In contrast, the complexity of the tool appears to bring some potential barriers to implementation. One is related to the difficulty to find information about the patients in order to score and prioritize them (9): “I will not necessarily search for information about the 100 clients placed on the waiting list”. Another barrier mentioned by the participants was related to the intervention source, where some participants expressed their concerns from the fact that the tool is developed by an external organization: “that's the risk of research projects, you do that and at some point, there is no longer one to rely on”.
Globally, service providers discussed about this domain less than other ones, but they were able to point out a few F&B related to the outer setting. Facilitators exposed by participants are related to the patient needs & resources, because patients make pressures to receive services faster (3) and participants thought the tool would inform patients about waiting list management (3): “patients call and I have to explain to them [...], so when we have tools like that it's easier, I'm able to tell them”. Also, cosmopolitanism was indicated to be a facilitator, as participants presented that their organization is developing networks with other organizations to improve access to rehabilitation service (3): “at the last trauma symposium, we met with all the regional committee chairs in our territory, and we talked to them”. This can contribute in helping the program receive support by other organizations when they face a patient increase or other access challenges related to the prioritization process.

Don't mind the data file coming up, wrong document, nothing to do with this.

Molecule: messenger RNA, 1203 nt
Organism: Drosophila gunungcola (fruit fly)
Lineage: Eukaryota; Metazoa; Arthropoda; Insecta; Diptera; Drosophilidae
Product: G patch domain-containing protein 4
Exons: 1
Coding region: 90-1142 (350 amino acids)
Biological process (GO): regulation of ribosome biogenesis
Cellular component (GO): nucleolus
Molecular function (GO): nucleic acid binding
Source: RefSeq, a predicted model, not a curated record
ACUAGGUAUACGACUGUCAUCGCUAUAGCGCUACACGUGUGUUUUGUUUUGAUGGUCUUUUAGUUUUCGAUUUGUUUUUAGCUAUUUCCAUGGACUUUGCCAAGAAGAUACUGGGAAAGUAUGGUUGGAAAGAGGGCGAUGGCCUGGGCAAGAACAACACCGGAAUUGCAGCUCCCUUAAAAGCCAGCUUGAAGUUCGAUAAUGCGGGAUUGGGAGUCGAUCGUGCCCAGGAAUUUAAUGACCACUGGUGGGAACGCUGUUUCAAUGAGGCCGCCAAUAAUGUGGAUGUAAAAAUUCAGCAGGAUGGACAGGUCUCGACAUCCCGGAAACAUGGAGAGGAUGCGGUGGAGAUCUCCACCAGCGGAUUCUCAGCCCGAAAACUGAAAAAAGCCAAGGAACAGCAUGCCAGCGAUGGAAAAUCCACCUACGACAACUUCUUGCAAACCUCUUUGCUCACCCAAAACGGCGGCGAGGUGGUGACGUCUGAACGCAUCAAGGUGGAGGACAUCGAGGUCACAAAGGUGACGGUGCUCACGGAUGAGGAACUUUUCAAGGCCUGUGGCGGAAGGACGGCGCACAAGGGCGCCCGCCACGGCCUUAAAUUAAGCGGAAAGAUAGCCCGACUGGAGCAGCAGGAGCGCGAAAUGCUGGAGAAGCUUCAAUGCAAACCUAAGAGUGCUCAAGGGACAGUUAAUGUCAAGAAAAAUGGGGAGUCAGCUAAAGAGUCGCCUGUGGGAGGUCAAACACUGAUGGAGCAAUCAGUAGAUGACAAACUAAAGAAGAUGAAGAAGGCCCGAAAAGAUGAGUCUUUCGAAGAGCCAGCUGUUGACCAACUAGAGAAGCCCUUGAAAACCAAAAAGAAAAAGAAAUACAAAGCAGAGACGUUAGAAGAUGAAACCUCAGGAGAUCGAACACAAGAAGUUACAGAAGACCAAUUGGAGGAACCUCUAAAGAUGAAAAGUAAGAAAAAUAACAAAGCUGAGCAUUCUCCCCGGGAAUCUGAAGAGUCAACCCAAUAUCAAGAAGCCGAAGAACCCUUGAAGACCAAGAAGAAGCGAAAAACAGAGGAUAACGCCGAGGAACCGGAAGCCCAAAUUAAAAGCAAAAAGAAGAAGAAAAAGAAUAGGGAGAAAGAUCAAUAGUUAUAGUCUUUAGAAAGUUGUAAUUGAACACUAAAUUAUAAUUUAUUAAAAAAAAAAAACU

Other organizational determinants that could influence the implementation of PPTs on a smaller level were reported. In the studied organization, there was a tension for change, which could facilitate the implementation of a new prioritization practice, because clinicians perceived that actual prioritization process was less suitable than the one proposed (4): “I am not comfortable with Excel, so with [PPT], we would really be in business”. The compatibility was also a determinant often mentioned, sometimes as a facilitator but by others as a barrier. Indeed, participants considered that the tool would fit with actual practices and processes in their local contexts (3): “people are used to already using tools, […] we set things, it should be easy”.
Contrarily, some providers saw a barrier from the compatibility, as they suggested that the tool proposed may not fit with actual practices and processes (3): “I can do the analysis of patient’s file four months later, so if we have a system like that, we want to have the information right away”. Issues of confidentiality of the system were also brought up a few times (3), which can impede the implementation of the tool: “my question, before applying it, we must make sure we meet the confidentiality rules”.